The deteriorating season is beginning to hurt livestock prices and wipe millions from the value of cereal crops in the Riverina and central New South Wales.
Conditions across New South Wales have taken a dramatic turn in the past fortnight, heightened by severe frosts which blanketed most of the state’s grain belt.
This has forced many farmers to begin cutting cereal crops for hay.
To add to the farmers’ woes in the north, the turn off of sucker lambs is now in full swing.
Many producers are unable to hold stock, electing to offload due to a lack of feed.
Without decent rain in the next two to three weeks, the spring will be short-lived for many farmers in New South Wales.
This was obvious at Wagga Wagga on Thursday, when sheep and lamb rates buckled significantly under the pressure of increased supplies of lighter weight new season lambs.
The yarding lacked weight over 24kg carcass weight.
For some producers, a tipping point has been reached due to little rain and severe frosts of up to minus 6 degrees in some areas.
New season trade lambs made from $118 to $161, with select sales up to $163 to average around 600-618¢/kg cwt.
Heavy new season lambs were thin on the ground, selling from $159-$177. Extra heavy pens made form $175-$185. A single pen received $200, weighing 31kg cwt, a saleyard record.
The mutton market also hit a hurdle, with rates falling $10-$22. Heavy sheep topped at $132 to average 355-405¢/kg cwt.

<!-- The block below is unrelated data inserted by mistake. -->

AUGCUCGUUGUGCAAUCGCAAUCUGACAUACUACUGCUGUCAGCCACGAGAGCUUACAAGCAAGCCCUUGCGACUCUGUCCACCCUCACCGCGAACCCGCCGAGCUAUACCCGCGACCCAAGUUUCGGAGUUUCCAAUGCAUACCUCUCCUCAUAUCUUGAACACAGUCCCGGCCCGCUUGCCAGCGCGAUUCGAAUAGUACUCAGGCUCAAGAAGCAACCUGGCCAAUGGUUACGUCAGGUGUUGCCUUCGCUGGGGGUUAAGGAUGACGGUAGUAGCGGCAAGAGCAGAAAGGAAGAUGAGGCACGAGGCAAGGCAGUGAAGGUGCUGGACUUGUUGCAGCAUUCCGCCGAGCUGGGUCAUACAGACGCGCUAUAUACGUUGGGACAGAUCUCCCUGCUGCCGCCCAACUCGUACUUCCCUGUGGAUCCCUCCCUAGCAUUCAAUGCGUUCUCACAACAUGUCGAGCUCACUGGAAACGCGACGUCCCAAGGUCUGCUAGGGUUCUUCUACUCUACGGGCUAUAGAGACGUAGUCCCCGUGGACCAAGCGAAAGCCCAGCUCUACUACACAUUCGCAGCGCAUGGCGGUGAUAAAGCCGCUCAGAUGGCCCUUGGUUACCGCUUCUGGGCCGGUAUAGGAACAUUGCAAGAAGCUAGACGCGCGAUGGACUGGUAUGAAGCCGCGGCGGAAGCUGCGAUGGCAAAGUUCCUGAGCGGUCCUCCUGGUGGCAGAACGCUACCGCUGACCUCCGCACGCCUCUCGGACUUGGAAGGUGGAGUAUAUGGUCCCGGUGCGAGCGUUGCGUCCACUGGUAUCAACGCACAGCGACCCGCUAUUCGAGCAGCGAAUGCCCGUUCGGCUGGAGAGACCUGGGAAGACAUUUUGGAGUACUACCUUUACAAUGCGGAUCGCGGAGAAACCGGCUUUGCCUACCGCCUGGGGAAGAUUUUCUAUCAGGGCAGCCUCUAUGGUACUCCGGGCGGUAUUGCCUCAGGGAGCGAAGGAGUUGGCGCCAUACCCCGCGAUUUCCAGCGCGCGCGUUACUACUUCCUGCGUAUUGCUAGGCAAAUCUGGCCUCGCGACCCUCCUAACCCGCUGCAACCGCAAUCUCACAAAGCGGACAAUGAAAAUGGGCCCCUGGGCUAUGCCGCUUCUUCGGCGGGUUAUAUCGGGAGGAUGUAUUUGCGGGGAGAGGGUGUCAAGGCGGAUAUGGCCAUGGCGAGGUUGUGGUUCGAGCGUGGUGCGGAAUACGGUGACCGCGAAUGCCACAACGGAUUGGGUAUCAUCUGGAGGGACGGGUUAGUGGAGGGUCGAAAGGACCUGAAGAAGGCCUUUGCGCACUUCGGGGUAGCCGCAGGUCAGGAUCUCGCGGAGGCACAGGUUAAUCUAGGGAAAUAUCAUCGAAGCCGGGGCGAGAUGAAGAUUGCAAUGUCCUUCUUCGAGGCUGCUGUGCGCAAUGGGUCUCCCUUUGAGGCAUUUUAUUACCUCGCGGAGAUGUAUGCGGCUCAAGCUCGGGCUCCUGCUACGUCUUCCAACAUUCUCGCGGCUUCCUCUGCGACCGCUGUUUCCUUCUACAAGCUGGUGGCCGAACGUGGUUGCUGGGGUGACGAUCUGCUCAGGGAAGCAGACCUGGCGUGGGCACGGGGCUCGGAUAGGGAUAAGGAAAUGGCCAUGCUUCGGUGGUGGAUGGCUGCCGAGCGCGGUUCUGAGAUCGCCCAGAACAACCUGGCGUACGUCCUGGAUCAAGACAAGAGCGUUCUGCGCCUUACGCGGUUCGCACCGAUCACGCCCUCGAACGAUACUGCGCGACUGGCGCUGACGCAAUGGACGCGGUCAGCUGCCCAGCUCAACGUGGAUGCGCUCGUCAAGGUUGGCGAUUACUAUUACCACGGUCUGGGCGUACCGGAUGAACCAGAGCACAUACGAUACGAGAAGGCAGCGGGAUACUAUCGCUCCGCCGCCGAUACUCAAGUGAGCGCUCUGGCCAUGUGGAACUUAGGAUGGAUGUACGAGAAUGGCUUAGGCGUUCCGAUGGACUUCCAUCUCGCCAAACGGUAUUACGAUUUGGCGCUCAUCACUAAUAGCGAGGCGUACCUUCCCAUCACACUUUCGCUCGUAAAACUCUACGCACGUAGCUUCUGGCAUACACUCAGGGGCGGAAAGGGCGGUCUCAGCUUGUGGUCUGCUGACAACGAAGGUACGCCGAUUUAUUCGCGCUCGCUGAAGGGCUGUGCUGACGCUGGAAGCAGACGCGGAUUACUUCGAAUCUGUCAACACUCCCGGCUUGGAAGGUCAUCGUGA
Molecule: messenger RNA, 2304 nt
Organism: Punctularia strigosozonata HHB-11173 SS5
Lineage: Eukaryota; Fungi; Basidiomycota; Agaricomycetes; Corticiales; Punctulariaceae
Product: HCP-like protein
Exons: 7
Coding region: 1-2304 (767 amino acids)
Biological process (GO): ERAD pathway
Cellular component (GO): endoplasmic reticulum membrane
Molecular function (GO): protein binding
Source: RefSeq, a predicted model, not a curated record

Trade mutton sold from $82-$108 and light sheep from $64-$90.
Price trends fluctuated in opening sales this week, with numbers rising again at most centres.
Bendigo’s market was quoted $3-$7 cheaper.
The National Livestock Reporting Service (NLRS) noted that some lambs were price sensitive.
This was due to the fact that processors stepped in and out of the market, resulting in bidding being somewhat erratic.
The bulk of the trade weight lambs to domestic processors ranged from $114-$165 to average 613¢/kg cwt.
Heavy lambs softened by $4, with signs that the export market is coming under some pressure.
Heavy suckers sold at $158-$190 to average 609-622¢/kg.
Store orders were few causing prices to ease $3-$8.
The day’s mutton market was also softer in a yarding that was dominated by mostly Merino ewes.
The strongest demand was for trade and plainer sheep.
The main lines of mutton at Bendigo generally averaged 370¢/kg cwt.